The Gilgit Manuscript, an important historical link
-------------------------------------------------------------------Sri Nagar: Gilgit manuscripts were brought to Kashmir during last Dogra Maharaja's reign, then taken to India in 1947, and never returned despite assurances by Indian leadership, renowned Kashmiri scholar and historian Mohammed Yousuf Taing claimed.
Yousuf Taing said 'Ramchand Kak, the prime minister of Kashmir during the last Dogra Maharaja's reign, who was primarily an archaeologist, had brought the Gilgit manuscripts here. During 1947, the then prime minister of India, Pandit Jawaharlal Nehru, told Sheikh Muhammad Abdullah that the manuscripts needed to be shifted out of Kashmir for fear of the tribal invasion and that the possibility of air strikes against the invaders could result in destruction these manuscripts'.
'Pandit Nehru had assured that the Gilgit scriptures would be returned after things settled down here,' Taing claimed.
'When Sheikh Sahib came to power in 1975, I brought up the subject and he told me to draft a letter seeking the return of the Gilgit manuscripts'.
'The letter was sent to Madam Indira Gandhi, but nothing happened after that,' Taing said.
He said the Gilgit manuscripts are in the National Archives of India in New Delhi now and he has seen them there personally.
'Those manuscripts were taken to Delhi from the S.P. Museum in Srinagar in 1947,' he revealed.
Taing, who made a public statement earlier this week of his personal knowledge about the copper plates, told a local news website: 'The 4th Buddhist conference was held in Kashmir during the reign of Kanishka'.
'Buddhist scholars from all over the world including Nagarjuna, the internationally acclaimed Buddhist scholar, attended the 4th Buddhist conference which lasted for six months.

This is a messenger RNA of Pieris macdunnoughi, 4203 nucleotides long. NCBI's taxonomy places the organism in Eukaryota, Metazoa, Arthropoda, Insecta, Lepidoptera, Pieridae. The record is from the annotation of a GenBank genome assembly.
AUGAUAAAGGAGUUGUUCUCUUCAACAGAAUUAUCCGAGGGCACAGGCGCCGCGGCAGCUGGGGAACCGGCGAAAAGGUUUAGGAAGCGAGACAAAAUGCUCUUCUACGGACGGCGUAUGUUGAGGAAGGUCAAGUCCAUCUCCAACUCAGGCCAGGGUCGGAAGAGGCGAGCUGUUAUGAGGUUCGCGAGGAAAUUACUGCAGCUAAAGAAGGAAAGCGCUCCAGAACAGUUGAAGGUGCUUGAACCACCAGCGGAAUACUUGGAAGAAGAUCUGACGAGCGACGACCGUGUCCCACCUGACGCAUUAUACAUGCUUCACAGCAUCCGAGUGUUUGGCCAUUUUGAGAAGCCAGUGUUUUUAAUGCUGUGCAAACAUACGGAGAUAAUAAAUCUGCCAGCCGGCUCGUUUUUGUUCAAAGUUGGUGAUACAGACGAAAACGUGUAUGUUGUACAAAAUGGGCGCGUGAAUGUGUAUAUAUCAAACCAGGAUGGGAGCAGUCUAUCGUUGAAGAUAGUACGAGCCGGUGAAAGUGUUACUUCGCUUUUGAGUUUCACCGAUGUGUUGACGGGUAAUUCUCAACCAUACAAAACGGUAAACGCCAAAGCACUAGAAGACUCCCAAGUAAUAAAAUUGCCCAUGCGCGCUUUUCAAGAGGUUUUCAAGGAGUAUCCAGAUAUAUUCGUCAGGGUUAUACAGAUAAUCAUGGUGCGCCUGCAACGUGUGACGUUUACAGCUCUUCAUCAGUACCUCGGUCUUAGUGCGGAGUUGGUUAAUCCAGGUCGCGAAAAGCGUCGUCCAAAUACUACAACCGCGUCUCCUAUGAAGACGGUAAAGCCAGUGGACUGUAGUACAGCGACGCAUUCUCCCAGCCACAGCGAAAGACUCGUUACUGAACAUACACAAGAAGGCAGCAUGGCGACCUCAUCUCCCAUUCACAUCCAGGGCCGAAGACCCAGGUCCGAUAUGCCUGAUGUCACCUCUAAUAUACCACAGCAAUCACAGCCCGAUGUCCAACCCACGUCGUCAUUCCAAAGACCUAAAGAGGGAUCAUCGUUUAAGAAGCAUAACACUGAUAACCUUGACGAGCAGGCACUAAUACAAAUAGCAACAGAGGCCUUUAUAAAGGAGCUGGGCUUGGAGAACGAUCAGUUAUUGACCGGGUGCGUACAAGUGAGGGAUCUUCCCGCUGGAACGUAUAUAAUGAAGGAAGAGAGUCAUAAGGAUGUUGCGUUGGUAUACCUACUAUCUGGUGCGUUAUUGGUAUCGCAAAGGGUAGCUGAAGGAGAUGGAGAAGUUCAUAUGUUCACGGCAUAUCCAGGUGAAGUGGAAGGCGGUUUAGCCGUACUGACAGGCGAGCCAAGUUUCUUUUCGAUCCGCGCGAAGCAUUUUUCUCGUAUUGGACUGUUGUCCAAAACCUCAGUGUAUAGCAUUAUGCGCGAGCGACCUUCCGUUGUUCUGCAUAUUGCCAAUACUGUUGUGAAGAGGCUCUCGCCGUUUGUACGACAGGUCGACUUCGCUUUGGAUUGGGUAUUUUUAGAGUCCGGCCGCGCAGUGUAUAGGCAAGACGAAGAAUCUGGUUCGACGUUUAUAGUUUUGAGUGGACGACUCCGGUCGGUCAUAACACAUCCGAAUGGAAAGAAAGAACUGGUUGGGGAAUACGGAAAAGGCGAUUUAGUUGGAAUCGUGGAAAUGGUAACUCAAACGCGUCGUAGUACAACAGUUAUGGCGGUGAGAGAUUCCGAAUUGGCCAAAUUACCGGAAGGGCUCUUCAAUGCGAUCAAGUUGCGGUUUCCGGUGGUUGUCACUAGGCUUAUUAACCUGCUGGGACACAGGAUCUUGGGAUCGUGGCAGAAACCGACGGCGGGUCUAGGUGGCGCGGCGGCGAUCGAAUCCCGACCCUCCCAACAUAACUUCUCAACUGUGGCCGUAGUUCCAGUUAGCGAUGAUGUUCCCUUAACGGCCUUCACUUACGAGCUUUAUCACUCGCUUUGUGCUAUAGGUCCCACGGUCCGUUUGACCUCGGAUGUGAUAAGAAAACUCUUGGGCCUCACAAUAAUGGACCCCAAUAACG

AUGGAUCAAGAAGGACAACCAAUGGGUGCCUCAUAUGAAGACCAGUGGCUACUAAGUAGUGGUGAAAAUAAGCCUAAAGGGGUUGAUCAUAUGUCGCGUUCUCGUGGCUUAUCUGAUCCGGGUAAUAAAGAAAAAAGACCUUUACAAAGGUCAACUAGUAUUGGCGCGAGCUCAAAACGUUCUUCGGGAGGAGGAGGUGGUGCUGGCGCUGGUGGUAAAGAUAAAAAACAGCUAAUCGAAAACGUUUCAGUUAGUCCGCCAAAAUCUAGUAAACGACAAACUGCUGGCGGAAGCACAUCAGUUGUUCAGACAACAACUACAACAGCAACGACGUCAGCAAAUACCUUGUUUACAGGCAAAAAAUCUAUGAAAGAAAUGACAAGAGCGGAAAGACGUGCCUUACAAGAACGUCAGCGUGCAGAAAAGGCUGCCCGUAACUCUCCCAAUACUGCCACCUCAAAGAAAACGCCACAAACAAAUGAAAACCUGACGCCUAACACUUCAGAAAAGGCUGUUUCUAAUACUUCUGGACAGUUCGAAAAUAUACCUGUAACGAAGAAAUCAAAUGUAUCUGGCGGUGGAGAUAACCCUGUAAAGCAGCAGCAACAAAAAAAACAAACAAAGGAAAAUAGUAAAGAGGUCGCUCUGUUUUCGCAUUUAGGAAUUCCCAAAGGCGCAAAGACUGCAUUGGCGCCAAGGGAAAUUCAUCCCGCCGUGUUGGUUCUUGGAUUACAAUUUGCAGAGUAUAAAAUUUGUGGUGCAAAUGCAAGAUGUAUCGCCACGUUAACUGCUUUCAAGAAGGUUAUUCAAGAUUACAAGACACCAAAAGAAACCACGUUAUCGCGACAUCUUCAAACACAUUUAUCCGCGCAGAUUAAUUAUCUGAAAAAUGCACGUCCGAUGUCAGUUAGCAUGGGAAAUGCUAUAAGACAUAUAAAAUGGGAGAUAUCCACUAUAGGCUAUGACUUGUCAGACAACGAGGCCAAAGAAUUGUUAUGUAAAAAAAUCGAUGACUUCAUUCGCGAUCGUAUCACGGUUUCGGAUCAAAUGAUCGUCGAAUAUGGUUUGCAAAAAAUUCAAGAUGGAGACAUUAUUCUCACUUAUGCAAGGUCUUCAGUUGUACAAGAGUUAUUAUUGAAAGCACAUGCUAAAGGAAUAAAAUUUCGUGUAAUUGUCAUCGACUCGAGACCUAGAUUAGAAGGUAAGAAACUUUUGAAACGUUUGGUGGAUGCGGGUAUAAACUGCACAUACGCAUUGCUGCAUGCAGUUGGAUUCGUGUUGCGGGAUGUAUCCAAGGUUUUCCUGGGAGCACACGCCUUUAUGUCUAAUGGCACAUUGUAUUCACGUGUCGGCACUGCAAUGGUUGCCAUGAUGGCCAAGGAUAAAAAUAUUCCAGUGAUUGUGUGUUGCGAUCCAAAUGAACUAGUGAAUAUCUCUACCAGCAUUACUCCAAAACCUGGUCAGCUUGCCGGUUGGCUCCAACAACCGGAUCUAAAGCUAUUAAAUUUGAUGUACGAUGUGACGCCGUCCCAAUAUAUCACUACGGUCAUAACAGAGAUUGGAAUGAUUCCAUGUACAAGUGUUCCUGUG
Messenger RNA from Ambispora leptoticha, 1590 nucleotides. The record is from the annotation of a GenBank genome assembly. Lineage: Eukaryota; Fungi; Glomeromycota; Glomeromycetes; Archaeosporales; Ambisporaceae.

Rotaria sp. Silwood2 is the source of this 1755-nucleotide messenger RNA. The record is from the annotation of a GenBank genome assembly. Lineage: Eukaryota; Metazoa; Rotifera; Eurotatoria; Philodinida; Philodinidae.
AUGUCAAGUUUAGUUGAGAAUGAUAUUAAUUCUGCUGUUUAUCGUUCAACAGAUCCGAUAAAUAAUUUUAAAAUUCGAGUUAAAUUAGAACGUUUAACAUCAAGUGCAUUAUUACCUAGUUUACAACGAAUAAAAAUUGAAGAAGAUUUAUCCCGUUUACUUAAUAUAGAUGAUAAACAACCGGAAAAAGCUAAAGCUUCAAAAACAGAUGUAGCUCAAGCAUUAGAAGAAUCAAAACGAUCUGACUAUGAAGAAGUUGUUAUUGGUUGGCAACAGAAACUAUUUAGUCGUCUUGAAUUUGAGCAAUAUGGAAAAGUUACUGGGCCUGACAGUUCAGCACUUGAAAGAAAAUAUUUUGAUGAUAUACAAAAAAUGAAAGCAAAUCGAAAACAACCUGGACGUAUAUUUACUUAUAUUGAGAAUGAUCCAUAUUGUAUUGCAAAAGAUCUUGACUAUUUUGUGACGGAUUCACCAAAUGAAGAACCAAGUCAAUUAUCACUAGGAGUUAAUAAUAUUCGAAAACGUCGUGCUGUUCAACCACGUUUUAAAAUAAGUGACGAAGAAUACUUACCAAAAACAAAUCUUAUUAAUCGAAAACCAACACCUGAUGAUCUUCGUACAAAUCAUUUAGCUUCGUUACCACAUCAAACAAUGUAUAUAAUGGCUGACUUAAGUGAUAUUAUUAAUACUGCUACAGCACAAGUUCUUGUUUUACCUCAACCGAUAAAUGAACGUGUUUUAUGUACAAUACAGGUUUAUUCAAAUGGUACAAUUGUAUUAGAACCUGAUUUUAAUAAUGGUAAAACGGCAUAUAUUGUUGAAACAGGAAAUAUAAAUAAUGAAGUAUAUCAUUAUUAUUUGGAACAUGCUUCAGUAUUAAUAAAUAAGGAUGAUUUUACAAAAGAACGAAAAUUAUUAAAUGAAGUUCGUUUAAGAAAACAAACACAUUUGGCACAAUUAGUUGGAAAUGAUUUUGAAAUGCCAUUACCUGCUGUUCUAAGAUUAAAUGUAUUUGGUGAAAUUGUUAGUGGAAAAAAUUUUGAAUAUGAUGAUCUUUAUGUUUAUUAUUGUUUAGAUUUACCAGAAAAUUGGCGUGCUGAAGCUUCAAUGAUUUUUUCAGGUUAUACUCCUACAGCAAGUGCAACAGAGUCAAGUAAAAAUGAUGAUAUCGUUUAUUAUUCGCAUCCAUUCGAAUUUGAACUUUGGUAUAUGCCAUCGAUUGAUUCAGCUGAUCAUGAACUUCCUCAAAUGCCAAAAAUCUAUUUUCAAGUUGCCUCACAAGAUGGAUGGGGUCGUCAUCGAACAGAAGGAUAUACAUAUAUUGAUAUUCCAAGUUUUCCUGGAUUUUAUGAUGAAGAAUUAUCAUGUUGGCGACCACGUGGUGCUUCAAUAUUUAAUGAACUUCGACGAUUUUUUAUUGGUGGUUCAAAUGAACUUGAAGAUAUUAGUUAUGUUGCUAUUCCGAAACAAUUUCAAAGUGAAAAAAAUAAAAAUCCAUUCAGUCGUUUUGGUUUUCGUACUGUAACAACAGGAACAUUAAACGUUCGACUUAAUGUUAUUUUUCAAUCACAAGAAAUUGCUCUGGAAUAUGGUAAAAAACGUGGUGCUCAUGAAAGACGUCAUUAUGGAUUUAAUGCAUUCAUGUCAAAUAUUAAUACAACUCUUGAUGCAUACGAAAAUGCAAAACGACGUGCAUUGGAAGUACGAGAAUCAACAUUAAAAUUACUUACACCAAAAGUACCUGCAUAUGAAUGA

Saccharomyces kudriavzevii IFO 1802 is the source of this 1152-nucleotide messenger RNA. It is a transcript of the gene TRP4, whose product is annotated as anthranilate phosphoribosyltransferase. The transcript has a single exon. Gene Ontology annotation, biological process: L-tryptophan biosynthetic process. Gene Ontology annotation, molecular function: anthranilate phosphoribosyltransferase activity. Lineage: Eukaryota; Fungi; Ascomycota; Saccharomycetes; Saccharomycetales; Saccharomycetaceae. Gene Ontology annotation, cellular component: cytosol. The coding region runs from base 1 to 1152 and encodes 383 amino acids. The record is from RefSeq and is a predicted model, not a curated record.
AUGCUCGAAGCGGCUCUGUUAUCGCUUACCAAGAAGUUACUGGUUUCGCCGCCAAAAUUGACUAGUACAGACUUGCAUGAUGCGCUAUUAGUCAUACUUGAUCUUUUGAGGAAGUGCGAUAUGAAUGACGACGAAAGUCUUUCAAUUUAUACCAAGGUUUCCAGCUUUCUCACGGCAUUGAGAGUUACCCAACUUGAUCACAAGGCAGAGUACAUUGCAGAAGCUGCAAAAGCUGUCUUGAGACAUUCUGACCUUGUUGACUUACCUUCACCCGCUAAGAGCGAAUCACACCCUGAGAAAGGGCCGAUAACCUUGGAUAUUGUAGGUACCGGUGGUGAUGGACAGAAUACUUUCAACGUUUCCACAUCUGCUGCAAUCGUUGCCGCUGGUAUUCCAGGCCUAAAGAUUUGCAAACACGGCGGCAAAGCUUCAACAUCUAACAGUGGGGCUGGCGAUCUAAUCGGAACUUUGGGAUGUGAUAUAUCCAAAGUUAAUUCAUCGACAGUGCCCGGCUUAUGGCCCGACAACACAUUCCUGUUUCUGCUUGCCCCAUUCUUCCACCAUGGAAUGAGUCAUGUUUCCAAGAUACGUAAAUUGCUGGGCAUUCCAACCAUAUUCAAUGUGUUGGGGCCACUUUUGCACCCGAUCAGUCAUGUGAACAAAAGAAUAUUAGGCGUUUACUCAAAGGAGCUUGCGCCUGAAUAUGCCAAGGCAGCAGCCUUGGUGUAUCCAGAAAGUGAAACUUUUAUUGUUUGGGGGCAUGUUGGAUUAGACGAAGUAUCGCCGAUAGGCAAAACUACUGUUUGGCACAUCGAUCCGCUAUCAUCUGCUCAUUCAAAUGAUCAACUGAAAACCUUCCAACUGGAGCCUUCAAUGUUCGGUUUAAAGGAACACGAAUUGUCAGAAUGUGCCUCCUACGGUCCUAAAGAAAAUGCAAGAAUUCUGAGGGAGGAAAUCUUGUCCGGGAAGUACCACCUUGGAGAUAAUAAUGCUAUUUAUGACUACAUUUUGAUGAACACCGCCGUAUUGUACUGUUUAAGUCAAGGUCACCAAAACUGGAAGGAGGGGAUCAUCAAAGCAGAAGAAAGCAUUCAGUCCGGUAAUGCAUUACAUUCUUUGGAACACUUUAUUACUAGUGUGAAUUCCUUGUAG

'The conference was presided over by Ashu Ghosh, a Bengali Buddhist scholar. The two sects of Buddhists came into being after this conference. In the 14th century, a Tibetan Buddhist scholar, Taranath revealed that the conference was held at a place known as Kundalwan in Kashmir,' Taing said.
'There is no such place known as Kundalwan here at present, but my 30 years of research made it possible for me to locate the exact spot where the copper plates with the deliberations of the conference were buried.
'I think I know the exact spot where the copper plates were buried so as to preserve them for posterity and also save them from possible desecration,' Taing said.
The scholar said his health was failing and he wanted to ensure that this historical and cultural treasure was discovered and preserved as part of the wonderful eclectic history of Kashmir.
'The sacred book inscribed on tamrapatras (copper plates) was buried at the end of the 4th Buddhist conference and these are not only the most sacred Buddhist scriptures but also an invaluable historical and cultural treasure of Kashmir,' he said.
Asked why he wanted an assurance from the president of the country before he revealed his secret, Taing said, 'We have had some bitter experiences in the past.'
Taing has authored the biography of the late Sheikh 'Aatish-e-Chinar' (Flames of the Chinar) based on the Sheikh's narrative to Taing during his lifetime.
Report by F. Ahmed